Talk:Stranger in a Strange Land
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- 1 "Wrong Source for Name
- 2 "Cult Classic"?
- 3 one of, if not the most widely read, not to mention best-reviewed science fiction works of all time
- 4 Reference in U2 album October?
- 5 Waterbed Patent
- 6 Sentence makes no sense
- 7 Iron Maiden song
- 8 Why is Dr. Mahmood Called "Stinky"?
- 9 Add summary of material in the extended version?
- 10 Why on earth is Thou_Art_God linked to this page?
"Wrong Source for Name
It was named for a line in an Ernest Dowson poem from the fin de siecle period. I'll find the poem's name shortly. — Preceding unsigned comment added by 184.108.40.206 (talk) 23:30, 12 October 2012 (UTC)
This is an interesting line of discussion. The earliest English citation I can find resembling the Heinlein title is in the life of Eumenes in Thomas North's 1579 translation of Plutarch's Lives of the Noble Grecians... In the comparison of Eumenes with Sertorius, Plutarch says that they were both "straungers in a straunge contrie." It does not appear, though, that Heinlein used Plutarch's life of Eumenes in any way, although it seems to me more likely that he knew Plutarch rather than Dowson.
Does the sentence, "Eventually Stranger in a Strange Land became a cult classic, attracting many readers who would not ordinarily read a work of science fiction," seem a bit contradictory to anybody else? Even wikipedia's own definition of "cult classic," linked in that very line, clearly doesn't fit Stranger. It specifically requires that 1) the fan base be specific or somehow limited, and 2) that the work was only modestly successful upon release. Neither of these are true of Stranger, and the former is even directly contradicted by the second half of that sentence. This is one of, if not the most widely read, not to mention best-reviewed science fiction works of all time - "cult" doesn't seem to describe it at all. 220.127.116.11 (talk) 10:13, 5 January 2011 (UTC)
one of, if not the most widely read, not to mention best-reviewed science fiction works of all time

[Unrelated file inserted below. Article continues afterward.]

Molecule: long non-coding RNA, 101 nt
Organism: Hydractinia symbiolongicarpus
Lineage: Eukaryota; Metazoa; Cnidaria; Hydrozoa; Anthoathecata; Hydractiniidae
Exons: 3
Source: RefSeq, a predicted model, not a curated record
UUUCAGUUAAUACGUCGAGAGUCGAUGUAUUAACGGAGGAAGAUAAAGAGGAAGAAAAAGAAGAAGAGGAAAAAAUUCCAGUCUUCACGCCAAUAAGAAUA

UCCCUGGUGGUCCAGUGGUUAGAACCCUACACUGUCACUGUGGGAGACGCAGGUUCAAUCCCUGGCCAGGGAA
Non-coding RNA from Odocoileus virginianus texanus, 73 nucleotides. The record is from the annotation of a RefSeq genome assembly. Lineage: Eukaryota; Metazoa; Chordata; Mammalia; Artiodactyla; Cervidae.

I'm more than halfway done reading it, and I cannot for the life of me understand why it would be one of the best-reviewed science fiction books of all time. Surely this statement is intended to suggest that science fiction books are generally poorly reviewed? I wish it were not so well-known, as I would never have bothered with it had I not heard of it. — Preceding unsigned comment added by 18.104.22.168 (talk) 07:50, 29 July 2011 (UTC)
Reference in U2 album October?
There is a song on U2's 1981 album October titled 'Stranger in a Strange Land'. Should this song be included in the list of references or is it confirmed that this is a coincidence and not a reference? Tricorne (talk) 04:05, 31 August 2011 (UTC)
The claim "Charles Hall, who brought a waterbed design to the United States Patent Office, was refused a patent on the grounds that Heinlein's descriptions in Stranger and another novel, Double Star, constituted prior art." appears to be misleading or apocryphal. Charles P. Hall did in fact receive United States Patent No. 3,585,356 entitled "Liquid Support for Human Bodies" which was granted on June 15, 1971. See: http://patft.uspto.gov/netacgi/nph-Parser?Sect1=PTO1&Sect2=HITOFF&d=PALL&p=1&u=%2Fnetahtml%2FPTO%2Fsrchnum.htm&r=1&f=G&l=50&s1=3,585,356.PN.&OS=PN/3,585,356&RS=PN/3,585,356
I also note that the link to this claim is now dead.
I can only speculate here, but it is possible that, as often happens, an initial patent application by Hall may have been denied as being excessively broad, with claims that were construed as being so broad as to include the concept of the waterbed itself. If so, the descriptions of the waterbed in Heinlein's books and the previous designs of waterbeds mentioned in this article may very well have been presented as prior art. Since the patent cited above was granted, presumably the application was amended or re-filed to eliminate these objections, eventually leading to the granted patent. AlanSiegrist (talk) 19:26, 6 October 2011 (UTC)
Sentence makes no sense
"Critics disagree over whether Heinlein's preferred original manuscript is superior to the heavily-edited version originally published." says the article. It makes no sense. It looks like two sentences got jumbled. I don't know which is true. JIMp talk·cont 08:17, 10 December 2011 (UTC)
:Makes perfect sense to me: critics can't agree which version is the better. Maybe it is a tad awkwardly worded, but still is understandable. Wschart (talk) 04:49, 12 January 2012 (UTC)
Iron Maiden song
On this page it lists Iron Maiden song under 'in popular culture', but on the page about the song it says "The song is unrelated to Robert A. Heinlein's novel by the same name"
Why is Dr. Mahmood Called "Stinky"?
This insulting nickname is never explained, and in fact is used by characters who are otherwise friendly to Mahmood. Was "Stinky" less pejorative when this book was written than it would be today? — Preceding unsigned comment added by 22.214.171.124 (talk) 22:51, 20 August 2012 (UTC)